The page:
• We comment on data management plans

Plase email researchdata@tuni.fi and let’s solve your problem together!

Intellectual Property Rights

Agreements on the IPR rights and rights of use of the data should be made before you start collecting or producing the data. By doing so, you prevent possible conflicts at later stages and make sure that your data will be accessible and reusable.

Check the short video about Intellectual property rights and data by Maria Rehbinder from Aalto University.

Data that is factual has no copyright protection and it is not possible to copyright facts. In many cases, the data in a data management system as well as the metadata describing that data is factual, and hence not protected by copyright. However, project might, for example, use copyrighted photographs.

A database can also have legal protection (sui generis data base right, for example). A process of deciding what data needs to be included in the database, how to organize data, and how to relate different data elements are all creative decisions that may receive protection. So, intellectual property rights can govern the use of databases but also some data content.

Data can also be protected by trade secrets legislation (in Finnish)

Tips for best practices
  • Familiarise yourself with institutional policies. Tampere higher education community's Open Science and Research policy states that research data produced within Tampere higher education community is primarily owned by Tampere University or Tampere University of Applied Sciences. The researcher always has the first right to the data. When the data form a work as stipulated in Section 1 of the Copyright Act, the copyright belongs to the producer of the data.
  • Researcher's Practical Guide to Intellectual Property 2017 by Aalto University
  • Copyright (Finnish Social Science Data Archive)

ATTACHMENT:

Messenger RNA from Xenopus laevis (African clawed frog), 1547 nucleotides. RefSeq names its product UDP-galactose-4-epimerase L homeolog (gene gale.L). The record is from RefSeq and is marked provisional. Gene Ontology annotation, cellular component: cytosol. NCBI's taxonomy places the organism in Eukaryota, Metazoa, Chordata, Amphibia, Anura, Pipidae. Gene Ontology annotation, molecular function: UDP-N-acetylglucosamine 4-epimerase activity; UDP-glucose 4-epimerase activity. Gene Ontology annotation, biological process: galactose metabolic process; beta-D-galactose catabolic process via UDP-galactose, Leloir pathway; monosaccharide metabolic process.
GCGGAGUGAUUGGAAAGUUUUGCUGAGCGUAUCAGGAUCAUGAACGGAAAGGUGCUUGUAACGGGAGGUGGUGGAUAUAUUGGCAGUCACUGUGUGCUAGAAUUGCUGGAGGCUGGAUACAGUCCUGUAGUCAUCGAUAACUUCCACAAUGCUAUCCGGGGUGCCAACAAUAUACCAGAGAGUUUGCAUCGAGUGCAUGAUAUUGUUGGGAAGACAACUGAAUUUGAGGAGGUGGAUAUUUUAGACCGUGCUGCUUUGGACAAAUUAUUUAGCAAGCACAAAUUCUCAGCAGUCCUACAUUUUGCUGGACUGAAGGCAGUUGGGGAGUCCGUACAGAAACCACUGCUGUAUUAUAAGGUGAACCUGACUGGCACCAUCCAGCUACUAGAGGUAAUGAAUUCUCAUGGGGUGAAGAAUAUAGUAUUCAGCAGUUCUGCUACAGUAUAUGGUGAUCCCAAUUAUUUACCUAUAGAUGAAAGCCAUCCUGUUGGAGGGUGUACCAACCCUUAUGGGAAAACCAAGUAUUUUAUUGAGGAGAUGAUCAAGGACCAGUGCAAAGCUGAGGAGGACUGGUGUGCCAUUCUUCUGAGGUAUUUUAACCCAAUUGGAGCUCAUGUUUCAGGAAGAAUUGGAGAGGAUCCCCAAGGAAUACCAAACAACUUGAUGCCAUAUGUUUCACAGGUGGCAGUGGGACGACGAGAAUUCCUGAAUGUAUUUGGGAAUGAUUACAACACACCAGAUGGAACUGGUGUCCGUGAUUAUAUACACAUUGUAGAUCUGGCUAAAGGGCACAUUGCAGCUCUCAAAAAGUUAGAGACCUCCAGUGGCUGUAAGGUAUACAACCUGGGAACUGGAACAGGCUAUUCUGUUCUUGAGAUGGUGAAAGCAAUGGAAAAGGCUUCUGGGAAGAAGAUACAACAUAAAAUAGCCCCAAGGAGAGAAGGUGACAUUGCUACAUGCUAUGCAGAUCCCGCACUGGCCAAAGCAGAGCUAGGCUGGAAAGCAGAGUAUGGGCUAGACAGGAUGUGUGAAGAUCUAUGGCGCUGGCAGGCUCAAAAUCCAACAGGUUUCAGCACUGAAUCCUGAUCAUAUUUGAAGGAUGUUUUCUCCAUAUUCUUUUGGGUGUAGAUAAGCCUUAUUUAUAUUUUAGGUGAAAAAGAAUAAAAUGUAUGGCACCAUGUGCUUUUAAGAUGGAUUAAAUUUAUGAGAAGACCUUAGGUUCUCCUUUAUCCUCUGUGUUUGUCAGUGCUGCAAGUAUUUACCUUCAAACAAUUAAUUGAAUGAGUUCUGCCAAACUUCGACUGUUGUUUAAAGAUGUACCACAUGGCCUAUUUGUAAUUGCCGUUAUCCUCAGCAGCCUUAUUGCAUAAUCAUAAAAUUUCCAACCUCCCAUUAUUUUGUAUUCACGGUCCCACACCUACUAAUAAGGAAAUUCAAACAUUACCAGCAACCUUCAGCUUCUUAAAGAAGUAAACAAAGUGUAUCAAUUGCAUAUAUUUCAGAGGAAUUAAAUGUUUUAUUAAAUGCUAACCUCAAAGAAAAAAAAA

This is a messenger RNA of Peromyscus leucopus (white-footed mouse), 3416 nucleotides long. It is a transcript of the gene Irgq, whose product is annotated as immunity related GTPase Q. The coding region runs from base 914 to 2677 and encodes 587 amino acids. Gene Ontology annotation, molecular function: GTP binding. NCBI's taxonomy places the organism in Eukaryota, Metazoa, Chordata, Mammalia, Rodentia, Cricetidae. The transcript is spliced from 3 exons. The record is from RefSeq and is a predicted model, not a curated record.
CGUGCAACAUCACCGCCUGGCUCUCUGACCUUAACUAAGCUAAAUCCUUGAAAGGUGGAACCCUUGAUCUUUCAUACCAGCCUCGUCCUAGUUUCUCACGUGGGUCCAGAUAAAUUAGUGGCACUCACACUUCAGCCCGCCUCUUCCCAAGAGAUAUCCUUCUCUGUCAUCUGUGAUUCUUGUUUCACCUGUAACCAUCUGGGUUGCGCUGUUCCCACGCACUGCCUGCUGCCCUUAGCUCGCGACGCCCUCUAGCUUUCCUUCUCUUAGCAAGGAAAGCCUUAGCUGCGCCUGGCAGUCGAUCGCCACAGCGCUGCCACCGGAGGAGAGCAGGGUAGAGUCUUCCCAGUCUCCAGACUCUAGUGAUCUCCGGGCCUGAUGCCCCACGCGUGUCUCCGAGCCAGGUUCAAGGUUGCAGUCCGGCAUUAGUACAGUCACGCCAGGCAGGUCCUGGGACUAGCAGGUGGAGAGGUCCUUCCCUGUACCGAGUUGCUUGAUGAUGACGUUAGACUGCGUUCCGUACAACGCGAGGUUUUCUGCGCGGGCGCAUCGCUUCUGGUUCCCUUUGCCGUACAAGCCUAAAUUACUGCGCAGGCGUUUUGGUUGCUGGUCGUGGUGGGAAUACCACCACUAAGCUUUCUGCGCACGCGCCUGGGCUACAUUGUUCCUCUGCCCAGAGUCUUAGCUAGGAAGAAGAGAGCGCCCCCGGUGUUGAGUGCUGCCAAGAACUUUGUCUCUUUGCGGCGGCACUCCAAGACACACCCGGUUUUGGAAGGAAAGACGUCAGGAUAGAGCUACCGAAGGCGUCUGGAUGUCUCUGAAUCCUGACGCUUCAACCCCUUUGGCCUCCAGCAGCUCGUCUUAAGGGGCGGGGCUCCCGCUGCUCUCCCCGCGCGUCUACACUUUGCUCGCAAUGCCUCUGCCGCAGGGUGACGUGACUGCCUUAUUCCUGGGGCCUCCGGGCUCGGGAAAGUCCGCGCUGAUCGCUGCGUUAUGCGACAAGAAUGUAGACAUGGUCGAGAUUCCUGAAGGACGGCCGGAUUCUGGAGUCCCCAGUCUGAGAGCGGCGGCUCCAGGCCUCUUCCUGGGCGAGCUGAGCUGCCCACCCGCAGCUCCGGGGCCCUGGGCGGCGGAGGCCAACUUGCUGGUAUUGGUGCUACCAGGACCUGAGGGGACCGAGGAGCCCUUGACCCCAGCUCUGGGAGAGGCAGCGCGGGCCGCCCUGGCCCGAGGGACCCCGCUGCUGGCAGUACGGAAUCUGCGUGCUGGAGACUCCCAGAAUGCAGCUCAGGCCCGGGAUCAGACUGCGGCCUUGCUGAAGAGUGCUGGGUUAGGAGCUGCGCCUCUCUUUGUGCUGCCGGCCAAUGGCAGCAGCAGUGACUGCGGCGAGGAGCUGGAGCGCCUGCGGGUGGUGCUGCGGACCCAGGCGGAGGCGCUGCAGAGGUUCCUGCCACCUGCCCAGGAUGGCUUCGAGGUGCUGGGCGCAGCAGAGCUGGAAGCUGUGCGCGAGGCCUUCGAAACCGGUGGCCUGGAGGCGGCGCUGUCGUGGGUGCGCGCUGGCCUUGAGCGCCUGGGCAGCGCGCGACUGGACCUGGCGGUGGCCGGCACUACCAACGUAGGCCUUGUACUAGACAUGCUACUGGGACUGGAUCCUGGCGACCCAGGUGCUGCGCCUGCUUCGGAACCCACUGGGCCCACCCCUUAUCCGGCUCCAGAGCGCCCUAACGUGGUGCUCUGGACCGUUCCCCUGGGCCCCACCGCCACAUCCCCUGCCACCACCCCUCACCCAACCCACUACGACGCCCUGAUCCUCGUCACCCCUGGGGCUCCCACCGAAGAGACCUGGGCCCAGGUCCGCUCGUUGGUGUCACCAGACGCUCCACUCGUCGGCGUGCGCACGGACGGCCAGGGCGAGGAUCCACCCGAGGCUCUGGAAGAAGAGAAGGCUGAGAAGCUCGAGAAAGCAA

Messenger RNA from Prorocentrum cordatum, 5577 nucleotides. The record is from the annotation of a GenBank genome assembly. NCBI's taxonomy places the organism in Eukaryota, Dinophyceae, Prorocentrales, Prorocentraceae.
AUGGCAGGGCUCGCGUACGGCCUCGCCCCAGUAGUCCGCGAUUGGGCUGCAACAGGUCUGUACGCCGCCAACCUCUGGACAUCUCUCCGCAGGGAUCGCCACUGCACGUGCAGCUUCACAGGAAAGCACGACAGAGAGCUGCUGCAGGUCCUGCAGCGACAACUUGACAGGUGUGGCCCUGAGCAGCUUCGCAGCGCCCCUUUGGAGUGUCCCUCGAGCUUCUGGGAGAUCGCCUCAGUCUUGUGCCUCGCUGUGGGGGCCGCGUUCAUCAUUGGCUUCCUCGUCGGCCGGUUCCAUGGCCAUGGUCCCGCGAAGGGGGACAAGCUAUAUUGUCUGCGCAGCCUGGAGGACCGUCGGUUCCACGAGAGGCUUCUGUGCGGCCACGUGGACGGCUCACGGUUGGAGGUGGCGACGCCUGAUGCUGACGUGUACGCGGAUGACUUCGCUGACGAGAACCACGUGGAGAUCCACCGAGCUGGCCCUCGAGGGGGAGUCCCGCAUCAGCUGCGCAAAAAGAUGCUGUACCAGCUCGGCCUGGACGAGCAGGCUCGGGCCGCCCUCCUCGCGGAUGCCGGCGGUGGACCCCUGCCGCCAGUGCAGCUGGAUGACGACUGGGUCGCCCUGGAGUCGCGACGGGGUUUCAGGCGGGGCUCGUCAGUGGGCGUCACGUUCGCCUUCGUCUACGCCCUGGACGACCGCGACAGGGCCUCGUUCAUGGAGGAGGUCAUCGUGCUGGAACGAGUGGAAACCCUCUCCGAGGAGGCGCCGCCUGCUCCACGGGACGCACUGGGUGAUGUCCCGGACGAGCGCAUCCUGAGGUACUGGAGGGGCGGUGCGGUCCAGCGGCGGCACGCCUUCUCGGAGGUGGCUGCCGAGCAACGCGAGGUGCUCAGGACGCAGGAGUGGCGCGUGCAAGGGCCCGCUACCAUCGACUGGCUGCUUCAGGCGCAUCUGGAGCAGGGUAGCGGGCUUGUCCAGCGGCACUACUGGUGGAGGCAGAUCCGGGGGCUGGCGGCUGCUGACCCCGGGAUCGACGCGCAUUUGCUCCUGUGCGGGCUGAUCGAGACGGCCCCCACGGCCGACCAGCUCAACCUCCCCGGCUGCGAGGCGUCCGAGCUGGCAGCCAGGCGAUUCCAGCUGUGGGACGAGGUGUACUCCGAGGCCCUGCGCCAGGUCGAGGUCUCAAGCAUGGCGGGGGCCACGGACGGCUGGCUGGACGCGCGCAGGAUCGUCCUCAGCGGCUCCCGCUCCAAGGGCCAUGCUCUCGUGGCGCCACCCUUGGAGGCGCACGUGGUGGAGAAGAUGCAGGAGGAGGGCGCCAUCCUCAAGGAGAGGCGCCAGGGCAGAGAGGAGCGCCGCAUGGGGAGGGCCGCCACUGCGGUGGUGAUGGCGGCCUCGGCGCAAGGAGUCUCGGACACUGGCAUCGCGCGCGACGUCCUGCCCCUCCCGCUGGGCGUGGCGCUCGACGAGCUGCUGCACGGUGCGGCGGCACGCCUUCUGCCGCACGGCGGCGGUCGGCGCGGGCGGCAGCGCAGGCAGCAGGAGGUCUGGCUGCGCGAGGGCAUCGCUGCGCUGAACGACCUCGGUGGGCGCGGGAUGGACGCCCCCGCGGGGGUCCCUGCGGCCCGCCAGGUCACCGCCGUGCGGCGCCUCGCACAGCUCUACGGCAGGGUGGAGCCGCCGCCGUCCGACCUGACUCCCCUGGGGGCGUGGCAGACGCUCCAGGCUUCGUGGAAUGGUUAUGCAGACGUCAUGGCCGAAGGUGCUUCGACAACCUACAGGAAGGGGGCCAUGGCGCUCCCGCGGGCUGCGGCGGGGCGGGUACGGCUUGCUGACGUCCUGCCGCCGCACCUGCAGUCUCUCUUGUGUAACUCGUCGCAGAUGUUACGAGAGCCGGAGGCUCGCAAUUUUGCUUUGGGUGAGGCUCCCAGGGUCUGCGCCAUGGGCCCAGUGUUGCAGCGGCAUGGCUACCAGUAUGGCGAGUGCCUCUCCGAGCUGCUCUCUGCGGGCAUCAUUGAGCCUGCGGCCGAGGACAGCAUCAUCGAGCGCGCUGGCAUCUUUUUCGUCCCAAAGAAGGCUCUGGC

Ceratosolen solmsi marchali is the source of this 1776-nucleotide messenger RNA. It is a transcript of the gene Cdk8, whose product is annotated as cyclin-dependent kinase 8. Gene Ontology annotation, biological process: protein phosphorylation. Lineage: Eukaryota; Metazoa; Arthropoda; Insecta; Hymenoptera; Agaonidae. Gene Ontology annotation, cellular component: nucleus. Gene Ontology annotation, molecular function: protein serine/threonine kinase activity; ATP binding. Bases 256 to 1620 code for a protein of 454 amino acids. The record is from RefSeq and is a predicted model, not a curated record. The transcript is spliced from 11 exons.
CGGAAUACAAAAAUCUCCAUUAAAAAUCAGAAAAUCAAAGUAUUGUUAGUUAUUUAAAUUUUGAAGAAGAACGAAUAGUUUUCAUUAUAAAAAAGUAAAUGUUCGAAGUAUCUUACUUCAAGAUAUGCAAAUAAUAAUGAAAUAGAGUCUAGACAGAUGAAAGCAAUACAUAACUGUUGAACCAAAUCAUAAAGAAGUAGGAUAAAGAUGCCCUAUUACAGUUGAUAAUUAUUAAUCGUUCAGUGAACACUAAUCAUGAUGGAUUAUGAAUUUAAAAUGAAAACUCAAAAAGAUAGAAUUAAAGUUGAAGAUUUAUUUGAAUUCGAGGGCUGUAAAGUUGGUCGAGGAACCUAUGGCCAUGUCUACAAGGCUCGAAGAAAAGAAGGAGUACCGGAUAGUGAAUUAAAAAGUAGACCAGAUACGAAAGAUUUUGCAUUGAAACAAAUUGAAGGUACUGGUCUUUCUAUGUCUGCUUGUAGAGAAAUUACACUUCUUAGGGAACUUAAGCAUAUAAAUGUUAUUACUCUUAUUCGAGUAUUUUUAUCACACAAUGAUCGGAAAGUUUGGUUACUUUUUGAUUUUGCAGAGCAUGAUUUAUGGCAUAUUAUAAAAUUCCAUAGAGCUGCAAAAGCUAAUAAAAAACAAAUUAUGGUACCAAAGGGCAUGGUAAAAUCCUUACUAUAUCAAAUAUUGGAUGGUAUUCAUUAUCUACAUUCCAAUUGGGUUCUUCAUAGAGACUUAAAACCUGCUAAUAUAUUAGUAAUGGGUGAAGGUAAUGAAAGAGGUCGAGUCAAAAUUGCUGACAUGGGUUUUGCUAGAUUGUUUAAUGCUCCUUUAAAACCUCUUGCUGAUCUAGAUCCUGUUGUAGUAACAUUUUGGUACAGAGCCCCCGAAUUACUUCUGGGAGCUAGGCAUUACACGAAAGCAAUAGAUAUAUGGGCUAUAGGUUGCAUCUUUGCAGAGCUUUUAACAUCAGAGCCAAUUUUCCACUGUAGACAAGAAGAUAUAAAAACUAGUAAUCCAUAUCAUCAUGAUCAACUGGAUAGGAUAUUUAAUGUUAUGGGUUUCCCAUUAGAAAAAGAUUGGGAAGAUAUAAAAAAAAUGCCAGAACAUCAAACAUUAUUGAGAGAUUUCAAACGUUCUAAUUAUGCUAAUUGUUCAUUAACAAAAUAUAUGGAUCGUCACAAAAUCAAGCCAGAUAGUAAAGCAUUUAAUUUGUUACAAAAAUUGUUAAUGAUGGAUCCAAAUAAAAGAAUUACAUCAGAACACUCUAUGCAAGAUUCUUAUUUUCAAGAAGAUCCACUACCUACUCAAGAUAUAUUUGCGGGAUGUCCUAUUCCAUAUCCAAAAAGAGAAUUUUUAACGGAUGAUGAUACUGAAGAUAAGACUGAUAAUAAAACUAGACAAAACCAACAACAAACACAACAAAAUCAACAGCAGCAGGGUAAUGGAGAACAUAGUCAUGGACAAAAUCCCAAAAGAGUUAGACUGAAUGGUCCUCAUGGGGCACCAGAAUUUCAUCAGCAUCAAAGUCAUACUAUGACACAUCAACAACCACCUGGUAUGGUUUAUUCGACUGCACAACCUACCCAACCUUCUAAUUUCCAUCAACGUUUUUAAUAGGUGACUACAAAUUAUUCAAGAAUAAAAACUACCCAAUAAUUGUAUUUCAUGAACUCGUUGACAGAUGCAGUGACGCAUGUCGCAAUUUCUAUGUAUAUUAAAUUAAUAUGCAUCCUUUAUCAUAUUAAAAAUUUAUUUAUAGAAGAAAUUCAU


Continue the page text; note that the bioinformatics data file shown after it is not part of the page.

• Check the Intellectual property policy of Tampere Universities (chapter 4 and 5). “…The source of funding is the key to determining IP ownership.” 
    • “Tampere Universities have an interest in IP arising from contract research as this type of IP involves restrictions and third-party rights.”
    • “Employees own IP that they generate while undertaking open research and may offer this type of IP to Tampere Universities.
  • Rights to research data may be created in three ways
    1. by legislation (e.g., copyright)
    2. by commitments (e.g., funder requirements)
    3. by agreements (e.g.,  research consortia, contract research, co-operation with companies).
  • Innovation services can help you with questions related to various aspects on utilization of research results and know how and IP protection aspects. Please contact inventions@tuni.fi
  • If you receive personal or sensitive personal data from a third party, e.g., a health care register, you or the University may still be the controller for that data even if you or the University does not own the data. In these cases, the research contract you make with the data owner sets the conditions how you can use and share the data.

Photo by rawpixel.com

Risk assesment

GDPR requires that the risks related to the processing of personal data be assessed before any such processing. Familiarise yourself with the data protection and risk management guidelines of Tampere higher education community and consider the following:

  • Which freedoms and rights of the data subject can be compromised by the processing?
  • What kind of damage can the planned processing of personal data cause to the data subject?
  • What kind of damage can the inappropriate disclosure, destruction or corruption of the data cause to the data subject?
  • What kind of risks must your data be protected against?
  • What measures are used to manage identified risks?
  • What is an accepted level for the probability and impact of residual risks?

After completing the assessment, verify with the Data Protection Officer of the University whether your data requires an impact assessment in accordance with the GDPR. Data Protection Officer can be reached at dpo@tuni.fi.

Please also find out whether the funder of your research, owner of the data or any other external party has any claims concerning the data.